Watching it again this afternoon, I forgot how sad it is. Mary Jane Watson comes from a borderline abusive home, and she sees going to the big city as being some escape, only to get shit on by a bunch of minimum wage jobs while she tries to become an actress. She seems so sad for most of the film. When she does start dating Harry, you think maybe there is something to Norman's accusation that she's only in it for the money. Hey, if dating some billionaire was your only way out of a shitty, shitty life, wouldn't you go for it?
Harry, too, is a guy who's always sad. No matter what he does, he's just not good enough for his father.
And Peter. Well...we all know his story.
So, yeah. Our three main characters are very sad people for a lot of the film.
Which probably helps make the comedy relief scenes with J.K. Simmons as J. Jonah Jameson so memorable. Simmons is still just pitch-perfect in the role. When I saw it on opening night, and Simmons first appeared, there was a cheer. People were instantly in love with that characterization. The makers of the reboot have said they've purposely avoided putting in J. Jonah Jameson because they know Simmons is just such a tough act to follow. So, I say, give it back to him for Amazing Spider-Man 3.
And I forgot that a before-she-was-famous Elizabeth Banks played Betty Brant.
Willem Dafoe as the Green Goblin...man, that guy just oozes crazy when he becomes the Goblin. It's a little bit hammy and over-the-top, but you know? It works. And I never had a problem with the Green Goblin suit. I know the criticisms...it looks too much like a Power Rangers villain, but I think it makes sense as an armored suit, and a more realistic take.
There's a few stylistic choices in the film I like. Like the montage where Peter designs his Spider-Man costume, and the montage where Spider-Man makes his presence in the city known. I felt that the montage was a very good and quick way to establish Spider-Man as a hero.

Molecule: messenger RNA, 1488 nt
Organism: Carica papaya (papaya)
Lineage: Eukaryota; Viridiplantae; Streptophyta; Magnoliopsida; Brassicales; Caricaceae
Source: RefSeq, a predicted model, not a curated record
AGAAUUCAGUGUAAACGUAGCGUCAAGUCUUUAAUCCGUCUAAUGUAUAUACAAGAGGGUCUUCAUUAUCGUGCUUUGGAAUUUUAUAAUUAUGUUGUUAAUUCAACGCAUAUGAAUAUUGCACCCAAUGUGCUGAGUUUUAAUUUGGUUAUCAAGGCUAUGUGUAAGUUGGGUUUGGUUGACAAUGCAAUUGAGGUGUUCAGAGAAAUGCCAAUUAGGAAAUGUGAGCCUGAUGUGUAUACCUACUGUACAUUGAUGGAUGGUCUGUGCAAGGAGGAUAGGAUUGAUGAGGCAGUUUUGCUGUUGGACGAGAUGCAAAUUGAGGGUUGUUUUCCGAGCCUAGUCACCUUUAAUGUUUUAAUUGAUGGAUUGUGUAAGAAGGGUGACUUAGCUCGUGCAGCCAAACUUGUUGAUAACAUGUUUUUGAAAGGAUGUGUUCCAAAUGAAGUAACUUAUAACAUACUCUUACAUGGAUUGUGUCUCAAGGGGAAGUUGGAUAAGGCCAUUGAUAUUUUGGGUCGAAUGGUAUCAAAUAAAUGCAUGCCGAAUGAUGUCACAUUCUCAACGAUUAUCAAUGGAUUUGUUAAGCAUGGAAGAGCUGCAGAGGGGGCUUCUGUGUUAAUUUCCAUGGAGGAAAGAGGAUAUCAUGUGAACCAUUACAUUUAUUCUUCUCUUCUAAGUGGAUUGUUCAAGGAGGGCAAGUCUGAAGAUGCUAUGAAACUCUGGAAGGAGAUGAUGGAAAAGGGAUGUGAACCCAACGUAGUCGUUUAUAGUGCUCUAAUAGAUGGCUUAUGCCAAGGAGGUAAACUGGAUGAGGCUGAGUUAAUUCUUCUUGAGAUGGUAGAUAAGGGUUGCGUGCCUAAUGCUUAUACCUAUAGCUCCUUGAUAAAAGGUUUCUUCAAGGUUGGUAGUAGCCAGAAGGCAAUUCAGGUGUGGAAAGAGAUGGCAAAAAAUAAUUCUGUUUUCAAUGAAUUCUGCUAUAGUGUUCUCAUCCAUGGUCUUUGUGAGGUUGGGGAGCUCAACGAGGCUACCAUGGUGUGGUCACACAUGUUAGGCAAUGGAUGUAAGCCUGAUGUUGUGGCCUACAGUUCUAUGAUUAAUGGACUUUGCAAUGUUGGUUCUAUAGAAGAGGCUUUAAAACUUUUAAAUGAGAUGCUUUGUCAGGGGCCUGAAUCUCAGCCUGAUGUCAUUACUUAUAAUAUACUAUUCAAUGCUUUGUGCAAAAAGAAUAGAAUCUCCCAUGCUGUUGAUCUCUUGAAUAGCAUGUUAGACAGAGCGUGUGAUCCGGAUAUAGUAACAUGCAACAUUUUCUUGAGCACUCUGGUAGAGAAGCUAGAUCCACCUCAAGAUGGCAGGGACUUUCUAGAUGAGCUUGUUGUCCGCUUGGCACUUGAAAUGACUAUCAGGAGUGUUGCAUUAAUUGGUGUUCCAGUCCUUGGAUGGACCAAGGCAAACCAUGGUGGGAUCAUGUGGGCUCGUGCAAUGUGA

This film was also the first appearance of Marvel's now well-known and beloved "flipping comic book pages" movie logo. They mention its creation on the DVD running commentary. As it was the first film where Marvel was a credited co-producer, they wanted a logo at the start of the film. So they asked the guy who designed the opening credit sequence to whip something up. And that's what he whipped up.
The first Spider-Man film is pretty good, but it's not as great as it could have been. I mean, being the second out of the gate with our current run of superhero films, it did establish the formula that most superhero movies use: you take the hero's origin story, and you mash it up with the best -known storyline, in this case, many elements of the death of Gwen Stacy were used. A lot of times, you wind up cramming to much together. That's why Batman Begins was so great...they saved the arch-enemy for the sequel so they could purely focus on the origin story.
And that's why the next one we do, Spider-Man 2, is considered to the best. Unhampered by the origin, they can purely focus on the plot and characters.